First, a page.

Irish tourism must also help itself to survive the pandemic
Caveat: A 17-county road trip reveals an industry battling fear, as well as its own old failings
Killarney is filled with domestic tourists paying prices tailored for Americans. Photograph: Valerie O’Sullivan
There is no need to rake over old ground. We already know the tourism and hospitality sectors have been hit like no other by the pandemic and its war on fun.
We could argue over whether this has been compounded by recent Government decisions, such as the petty move to force restaurants to close at 11pm, depriving many of their final evening sitting. (Has somebody discovered that the virus is nocturnal?)
To those who know the sector best, the State’s overall approach to the sector is weighed down by an overabundance of caution and a tin ear for expertise that doesn’t come wearing a stethoscope and white coat. Policymakers who wearily claim to be just “following the science” would do well to remember that economics is a science too and we should not ignore it when dealing with an industry in mortal danger, like tourism and hospitality. Help it breathe or it will die.
But if we have a frightened Government, it is because it is leading frightened people. That fear will not go away until the threat of the virus abates.
Until then, tourism and hospitality businesses – and the 265,000 people once employed in the sector –will remain reliant on State help, much of which has yet to arrive, which is in itself an indictment of Government.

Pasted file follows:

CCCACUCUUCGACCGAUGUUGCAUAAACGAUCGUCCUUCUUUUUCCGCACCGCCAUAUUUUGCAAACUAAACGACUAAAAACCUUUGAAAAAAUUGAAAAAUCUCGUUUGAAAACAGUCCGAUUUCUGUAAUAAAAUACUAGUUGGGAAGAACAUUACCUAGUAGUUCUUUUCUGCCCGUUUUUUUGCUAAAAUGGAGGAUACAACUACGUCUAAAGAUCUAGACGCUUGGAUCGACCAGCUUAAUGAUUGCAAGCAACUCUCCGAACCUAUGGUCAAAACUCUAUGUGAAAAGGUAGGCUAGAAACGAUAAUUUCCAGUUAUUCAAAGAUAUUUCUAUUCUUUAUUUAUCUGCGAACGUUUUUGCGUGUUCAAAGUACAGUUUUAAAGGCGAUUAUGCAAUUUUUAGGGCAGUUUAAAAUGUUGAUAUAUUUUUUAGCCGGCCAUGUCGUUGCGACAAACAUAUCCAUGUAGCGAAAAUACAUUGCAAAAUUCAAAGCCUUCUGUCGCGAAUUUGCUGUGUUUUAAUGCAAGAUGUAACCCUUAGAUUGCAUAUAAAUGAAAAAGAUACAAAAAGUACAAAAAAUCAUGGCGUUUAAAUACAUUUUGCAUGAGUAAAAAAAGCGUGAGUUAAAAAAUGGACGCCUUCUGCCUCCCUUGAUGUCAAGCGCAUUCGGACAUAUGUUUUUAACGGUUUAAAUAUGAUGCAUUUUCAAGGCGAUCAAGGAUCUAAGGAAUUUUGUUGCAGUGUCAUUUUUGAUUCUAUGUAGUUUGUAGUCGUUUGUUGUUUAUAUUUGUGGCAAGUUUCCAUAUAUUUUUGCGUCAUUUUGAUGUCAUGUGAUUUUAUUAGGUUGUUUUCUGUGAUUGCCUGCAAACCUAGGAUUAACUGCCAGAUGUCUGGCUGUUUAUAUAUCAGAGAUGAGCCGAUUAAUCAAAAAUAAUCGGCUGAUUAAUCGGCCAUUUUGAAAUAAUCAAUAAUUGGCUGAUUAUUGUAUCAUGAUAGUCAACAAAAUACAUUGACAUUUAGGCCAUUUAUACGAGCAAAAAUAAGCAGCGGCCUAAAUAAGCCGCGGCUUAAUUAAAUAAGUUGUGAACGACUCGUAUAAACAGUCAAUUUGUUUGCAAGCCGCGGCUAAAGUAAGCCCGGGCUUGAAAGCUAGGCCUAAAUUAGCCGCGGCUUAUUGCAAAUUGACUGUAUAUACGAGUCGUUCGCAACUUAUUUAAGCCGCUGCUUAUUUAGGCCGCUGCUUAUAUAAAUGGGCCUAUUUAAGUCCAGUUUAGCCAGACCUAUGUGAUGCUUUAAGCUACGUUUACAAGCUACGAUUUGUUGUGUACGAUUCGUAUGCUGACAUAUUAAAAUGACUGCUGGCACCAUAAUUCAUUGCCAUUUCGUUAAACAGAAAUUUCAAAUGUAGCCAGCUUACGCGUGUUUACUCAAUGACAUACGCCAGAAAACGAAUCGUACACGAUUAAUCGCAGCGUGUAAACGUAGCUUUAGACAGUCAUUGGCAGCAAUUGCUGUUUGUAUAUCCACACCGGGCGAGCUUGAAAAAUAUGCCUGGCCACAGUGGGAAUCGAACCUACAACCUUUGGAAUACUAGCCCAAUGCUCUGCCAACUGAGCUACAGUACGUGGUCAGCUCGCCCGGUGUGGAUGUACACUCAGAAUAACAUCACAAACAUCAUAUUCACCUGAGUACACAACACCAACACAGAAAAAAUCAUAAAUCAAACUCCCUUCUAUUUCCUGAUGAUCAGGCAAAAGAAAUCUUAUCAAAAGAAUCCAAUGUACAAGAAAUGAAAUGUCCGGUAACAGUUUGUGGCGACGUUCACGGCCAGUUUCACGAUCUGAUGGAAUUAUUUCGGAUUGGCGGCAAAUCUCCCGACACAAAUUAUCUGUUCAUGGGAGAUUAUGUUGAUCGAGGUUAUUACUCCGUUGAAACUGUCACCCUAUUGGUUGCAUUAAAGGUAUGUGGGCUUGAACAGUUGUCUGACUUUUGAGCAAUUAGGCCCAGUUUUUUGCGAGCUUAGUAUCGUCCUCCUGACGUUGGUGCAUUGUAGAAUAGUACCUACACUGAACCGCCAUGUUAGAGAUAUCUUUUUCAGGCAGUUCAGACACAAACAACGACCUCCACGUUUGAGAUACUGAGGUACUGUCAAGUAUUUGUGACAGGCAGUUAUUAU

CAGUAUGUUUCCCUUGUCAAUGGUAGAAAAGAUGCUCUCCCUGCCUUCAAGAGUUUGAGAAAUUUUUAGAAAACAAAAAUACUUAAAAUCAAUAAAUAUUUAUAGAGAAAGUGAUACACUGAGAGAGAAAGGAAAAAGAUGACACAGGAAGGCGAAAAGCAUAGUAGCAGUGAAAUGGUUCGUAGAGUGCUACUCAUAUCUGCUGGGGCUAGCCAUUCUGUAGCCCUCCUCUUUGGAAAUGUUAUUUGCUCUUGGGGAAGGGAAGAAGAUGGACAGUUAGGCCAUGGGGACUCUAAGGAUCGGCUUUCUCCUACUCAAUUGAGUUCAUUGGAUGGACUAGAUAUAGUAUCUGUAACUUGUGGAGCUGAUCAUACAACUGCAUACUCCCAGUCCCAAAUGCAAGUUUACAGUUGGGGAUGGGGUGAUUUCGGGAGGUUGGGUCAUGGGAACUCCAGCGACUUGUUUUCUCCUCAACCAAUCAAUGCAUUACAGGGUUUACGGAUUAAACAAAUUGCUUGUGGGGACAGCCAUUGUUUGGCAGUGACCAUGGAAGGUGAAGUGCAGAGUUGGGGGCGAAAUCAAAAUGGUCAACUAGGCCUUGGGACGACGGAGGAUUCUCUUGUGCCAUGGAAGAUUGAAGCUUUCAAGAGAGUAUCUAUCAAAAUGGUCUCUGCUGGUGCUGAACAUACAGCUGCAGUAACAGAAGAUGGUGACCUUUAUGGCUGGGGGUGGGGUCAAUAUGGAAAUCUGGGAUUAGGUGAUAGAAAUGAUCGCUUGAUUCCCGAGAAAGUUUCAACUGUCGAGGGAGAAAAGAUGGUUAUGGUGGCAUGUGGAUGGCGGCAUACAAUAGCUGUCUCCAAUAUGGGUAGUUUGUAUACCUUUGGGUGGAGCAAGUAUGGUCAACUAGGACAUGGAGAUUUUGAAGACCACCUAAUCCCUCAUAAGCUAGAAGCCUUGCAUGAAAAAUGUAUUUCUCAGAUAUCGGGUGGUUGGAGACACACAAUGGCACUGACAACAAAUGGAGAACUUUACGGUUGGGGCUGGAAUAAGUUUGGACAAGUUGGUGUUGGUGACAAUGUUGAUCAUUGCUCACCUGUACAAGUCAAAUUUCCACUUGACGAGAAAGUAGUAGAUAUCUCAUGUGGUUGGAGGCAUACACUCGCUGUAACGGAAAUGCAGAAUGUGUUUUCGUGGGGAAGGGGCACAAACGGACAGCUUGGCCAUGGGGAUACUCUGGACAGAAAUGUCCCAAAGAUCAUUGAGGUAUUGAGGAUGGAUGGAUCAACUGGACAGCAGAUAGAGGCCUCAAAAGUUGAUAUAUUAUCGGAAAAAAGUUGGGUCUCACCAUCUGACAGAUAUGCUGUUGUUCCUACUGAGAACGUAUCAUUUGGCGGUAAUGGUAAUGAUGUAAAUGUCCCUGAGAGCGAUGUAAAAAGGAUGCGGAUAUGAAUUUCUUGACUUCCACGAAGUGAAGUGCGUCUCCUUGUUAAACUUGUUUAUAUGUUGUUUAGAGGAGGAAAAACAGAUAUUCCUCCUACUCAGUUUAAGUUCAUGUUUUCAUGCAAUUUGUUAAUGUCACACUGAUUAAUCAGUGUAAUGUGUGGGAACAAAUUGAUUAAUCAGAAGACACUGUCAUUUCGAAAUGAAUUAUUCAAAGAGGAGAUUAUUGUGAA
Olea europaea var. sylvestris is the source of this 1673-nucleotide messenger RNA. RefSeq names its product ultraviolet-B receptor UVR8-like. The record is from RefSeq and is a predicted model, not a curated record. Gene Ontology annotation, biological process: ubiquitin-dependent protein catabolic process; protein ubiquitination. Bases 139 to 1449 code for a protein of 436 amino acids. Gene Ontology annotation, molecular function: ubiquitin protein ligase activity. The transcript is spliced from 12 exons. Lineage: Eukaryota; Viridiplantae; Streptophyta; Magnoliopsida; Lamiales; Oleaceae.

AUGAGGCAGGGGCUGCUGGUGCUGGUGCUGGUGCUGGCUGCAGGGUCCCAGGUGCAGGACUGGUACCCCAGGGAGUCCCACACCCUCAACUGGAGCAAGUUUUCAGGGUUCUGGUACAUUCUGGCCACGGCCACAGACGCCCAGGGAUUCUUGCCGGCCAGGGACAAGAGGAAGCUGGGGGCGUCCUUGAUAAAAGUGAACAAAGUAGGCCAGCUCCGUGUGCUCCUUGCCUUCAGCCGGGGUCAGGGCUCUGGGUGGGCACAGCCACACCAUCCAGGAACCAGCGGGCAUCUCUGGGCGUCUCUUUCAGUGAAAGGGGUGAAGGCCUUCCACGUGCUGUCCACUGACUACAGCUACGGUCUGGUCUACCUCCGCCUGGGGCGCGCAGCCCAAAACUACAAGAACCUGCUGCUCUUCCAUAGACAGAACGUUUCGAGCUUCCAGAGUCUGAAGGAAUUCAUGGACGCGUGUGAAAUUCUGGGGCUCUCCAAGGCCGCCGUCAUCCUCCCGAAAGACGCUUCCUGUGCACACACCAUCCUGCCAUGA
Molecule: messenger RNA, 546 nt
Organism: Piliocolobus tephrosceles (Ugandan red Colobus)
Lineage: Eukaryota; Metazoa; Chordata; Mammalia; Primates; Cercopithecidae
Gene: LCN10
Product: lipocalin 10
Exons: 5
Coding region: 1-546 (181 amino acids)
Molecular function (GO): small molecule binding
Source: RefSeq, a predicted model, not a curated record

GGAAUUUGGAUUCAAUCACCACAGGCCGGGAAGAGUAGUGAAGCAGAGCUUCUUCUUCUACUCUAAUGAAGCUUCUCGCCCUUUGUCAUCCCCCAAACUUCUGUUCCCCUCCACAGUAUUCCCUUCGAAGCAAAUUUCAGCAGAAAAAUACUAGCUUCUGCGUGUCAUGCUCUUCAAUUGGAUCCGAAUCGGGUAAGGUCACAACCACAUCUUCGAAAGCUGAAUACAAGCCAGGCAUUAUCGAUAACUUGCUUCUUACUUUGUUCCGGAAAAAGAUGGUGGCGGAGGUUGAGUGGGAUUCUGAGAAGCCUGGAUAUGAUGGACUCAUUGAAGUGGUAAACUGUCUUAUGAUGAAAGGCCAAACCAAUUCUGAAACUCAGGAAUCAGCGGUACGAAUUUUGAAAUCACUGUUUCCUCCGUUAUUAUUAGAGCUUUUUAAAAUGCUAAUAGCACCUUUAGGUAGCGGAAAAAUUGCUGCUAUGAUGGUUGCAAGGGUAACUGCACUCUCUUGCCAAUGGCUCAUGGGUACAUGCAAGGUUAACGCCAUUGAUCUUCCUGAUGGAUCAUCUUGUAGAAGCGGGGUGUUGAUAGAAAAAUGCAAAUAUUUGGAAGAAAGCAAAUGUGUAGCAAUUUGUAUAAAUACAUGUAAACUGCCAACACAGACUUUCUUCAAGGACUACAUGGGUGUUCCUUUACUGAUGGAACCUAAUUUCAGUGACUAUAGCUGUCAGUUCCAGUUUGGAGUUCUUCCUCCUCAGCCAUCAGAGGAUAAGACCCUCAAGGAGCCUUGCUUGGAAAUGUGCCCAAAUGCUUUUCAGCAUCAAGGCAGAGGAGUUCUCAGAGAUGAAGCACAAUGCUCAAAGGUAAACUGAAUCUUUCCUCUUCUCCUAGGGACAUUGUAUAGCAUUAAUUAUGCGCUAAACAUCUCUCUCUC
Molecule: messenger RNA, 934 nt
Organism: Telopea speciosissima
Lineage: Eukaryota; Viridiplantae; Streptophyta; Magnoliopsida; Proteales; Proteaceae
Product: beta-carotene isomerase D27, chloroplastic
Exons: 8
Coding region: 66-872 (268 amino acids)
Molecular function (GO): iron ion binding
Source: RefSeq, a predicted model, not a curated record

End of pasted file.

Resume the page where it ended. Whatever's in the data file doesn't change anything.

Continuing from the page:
In the meantime, is the industry doing enough to help itself?
I spent the last two-and-a-bit weeks travelling around Ireland with my family. Discouraged from taking a foreign break by the quarantining quandary, we turned our “staycation” into an epic road trip, passing through four provinces, two jurisdictions and 17 counties.
We made stops in eight counties with varying degrees of tourism pedigree – Fermanagh, Derry, Limerick, Waterford, Kerry, Roscommon, Donegal and Wexford, the latter four accounting for all of the overnight stays. In each, we found evidence of an industry in obvious crisis, with a surfeit of shuttered storefronts in what would normally be hotpots.
But we also found evidence of businesses innovating to survive, such as the tourist pub we visited in Donegal, Biddy’s O’Barnes, which previously only ever served pizza with its pints. It has reopened with a full food menu, a one-way customer system and a canopy in the carpark to allow it function effectively as an open air restaurant, driving much-needed cashflow. The pints were still good.
Inevitably, we also found instances where some businesses didn’t appear to be taking the threat of the virus seriously enough.
Masks in shops are a legal requirement from Monday, but they ought to have been a common sense requirement for staff in hospitality businesses everywhere since reopening started in early summer. They are an easy win in the fight against the virus, and also in the parallel battle to win the trust of wary customers. In too many places, masks were still not ubiquitous among staff.
Masks in shops have been law in Britain since July 24th, although not in Northern Ireland. Less than a week before that date, we stopped in a small village in south Fermanagh with the intention of eating lunch sitting on a stone wall: a simple pleasure.